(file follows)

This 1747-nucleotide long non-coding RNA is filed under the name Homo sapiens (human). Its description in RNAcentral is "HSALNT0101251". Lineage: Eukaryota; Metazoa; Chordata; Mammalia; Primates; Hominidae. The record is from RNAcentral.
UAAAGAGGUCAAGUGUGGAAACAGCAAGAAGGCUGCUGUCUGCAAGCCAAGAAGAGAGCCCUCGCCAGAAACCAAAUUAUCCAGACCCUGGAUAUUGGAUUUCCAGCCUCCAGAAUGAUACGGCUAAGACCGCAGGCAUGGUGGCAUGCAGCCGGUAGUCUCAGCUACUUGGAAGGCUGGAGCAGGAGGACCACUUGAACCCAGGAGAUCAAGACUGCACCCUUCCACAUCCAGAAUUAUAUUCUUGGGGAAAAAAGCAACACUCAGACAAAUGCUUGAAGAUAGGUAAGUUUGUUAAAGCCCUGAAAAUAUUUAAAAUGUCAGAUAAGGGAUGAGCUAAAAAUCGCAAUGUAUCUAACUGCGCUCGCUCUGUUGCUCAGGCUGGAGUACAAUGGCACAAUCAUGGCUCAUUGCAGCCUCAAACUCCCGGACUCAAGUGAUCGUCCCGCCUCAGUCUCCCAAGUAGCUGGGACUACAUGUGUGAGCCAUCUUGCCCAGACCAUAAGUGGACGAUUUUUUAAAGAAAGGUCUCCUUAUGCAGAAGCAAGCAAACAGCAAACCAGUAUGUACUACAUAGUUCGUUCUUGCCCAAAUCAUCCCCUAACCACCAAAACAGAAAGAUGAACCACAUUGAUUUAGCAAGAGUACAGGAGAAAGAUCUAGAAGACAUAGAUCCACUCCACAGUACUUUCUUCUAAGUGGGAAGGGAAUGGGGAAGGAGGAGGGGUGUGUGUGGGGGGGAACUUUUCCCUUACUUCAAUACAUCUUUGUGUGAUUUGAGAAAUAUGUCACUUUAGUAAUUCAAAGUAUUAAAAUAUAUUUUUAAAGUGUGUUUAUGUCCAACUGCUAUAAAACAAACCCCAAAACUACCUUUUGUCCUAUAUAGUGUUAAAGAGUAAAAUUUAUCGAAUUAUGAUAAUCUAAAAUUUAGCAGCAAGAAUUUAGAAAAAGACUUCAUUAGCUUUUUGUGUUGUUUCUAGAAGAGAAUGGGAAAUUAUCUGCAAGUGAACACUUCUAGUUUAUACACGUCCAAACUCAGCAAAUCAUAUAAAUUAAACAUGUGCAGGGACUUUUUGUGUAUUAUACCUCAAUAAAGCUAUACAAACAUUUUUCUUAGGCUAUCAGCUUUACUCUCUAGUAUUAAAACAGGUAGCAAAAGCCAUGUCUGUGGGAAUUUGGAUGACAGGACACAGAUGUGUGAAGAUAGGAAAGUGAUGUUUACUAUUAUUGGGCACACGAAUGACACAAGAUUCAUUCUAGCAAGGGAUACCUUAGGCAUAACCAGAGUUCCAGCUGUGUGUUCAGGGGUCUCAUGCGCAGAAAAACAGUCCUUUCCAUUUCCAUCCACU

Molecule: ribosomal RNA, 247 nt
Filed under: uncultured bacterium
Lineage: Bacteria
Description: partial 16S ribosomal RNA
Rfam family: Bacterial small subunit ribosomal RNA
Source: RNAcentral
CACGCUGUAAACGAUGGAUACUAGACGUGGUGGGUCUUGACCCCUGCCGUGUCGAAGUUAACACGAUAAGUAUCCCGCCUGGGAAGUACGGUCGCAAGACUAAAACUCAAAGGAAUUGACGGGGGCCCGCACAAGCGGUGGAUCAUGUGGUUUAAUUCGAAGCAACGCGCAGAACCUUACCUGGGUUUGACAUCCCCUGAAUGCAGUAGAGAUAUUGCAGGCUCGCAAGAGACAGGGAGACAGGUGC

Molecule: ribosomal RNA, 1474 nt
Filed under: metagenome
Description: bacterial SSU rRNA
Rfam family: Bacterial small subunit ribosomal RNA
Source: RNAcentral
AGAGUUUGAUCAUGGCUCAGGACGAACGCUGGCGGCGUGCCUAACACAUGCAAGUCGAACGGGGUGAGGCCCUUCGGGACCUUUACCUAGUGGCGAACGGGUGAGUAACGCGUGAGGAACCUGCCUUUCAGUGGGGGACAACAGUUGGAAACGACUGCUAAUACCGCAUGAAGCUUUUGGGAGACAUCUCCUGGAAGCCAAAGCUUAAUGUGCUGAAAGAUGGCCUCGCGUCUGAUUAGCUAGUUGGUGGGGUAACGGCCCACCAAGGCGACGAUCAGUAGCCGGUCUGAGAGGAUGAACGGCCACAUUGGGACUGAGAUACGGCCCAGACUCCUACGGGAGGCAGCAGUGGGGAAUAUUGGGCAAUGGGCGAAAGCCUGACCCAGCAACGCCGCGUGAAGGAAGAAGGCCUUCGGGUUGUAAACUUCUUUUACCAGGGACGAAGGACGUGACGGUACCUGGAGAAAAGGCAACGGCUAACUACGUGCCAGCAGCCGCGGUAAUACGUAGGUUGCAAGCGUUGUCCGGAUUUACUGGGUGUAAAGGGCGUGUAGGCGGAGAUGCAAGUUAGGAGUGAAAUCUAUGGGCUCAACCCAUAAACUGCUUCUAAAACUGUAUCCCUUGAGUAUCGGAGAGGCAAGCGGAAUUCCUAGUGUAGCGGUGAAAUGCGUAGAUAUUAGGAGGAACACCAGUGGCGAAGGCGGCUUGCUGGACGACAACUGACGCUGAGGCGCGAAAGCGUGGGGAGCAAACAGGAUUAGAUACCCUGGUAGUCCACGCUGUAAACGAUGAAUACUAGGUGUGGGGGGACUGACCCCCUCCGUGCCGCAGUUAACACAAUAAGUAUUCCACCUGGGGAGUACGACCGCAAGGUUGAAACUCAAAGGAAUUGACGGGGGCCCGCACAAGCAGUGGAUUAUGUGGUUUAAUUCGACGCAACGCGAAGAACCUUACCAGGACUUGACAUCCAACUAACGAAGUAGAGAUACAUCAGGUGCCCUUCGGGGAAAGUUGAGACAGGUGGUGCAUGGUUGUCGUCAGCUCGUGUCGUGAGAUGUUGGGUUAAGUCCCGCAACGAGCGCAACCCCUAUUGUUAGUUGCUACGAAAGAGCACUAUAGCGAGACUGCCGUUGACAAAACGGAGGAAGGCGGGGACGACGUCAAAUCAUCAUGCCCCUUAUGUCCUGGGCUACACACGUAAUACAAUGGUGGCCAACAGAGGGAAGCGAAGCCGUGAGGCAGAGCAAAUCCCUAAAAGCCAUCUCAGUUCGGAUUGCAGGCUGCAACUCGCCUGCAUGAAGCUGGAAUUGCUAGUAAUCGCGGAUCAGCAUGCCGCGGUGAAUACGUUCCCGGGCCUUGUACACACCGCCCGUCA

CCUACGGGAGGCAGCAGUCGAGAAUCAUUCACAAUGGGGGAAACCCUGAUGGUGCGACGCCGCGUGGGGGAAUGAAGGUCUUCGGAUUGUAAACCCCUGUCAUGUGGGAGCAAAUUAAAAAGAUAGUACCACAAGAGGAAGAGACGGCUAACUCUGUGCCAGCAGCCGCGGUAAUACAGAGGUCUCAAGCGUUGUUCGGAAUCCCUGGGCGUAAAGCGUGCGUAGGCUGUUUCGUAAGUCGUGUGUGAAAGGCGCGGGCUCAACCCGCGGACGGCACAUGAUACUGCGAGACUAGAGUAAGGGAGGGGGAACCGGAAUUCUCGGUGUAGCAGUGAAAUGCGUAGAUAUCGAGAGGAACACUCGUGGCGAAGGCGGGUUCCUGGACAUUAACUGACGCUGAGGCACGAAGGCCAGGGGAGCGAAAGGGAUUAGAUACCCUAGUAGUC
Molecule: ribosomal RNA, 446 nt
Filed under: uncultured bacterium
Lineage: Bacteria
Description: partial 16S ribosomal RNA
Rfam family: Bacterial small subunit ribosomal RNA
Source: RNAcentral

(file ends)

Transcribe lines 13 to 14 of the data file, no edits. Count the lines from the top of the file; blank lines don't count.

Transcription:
Rfam family: Bacterial small subunit ribosomal RNA
Source: RNAcentral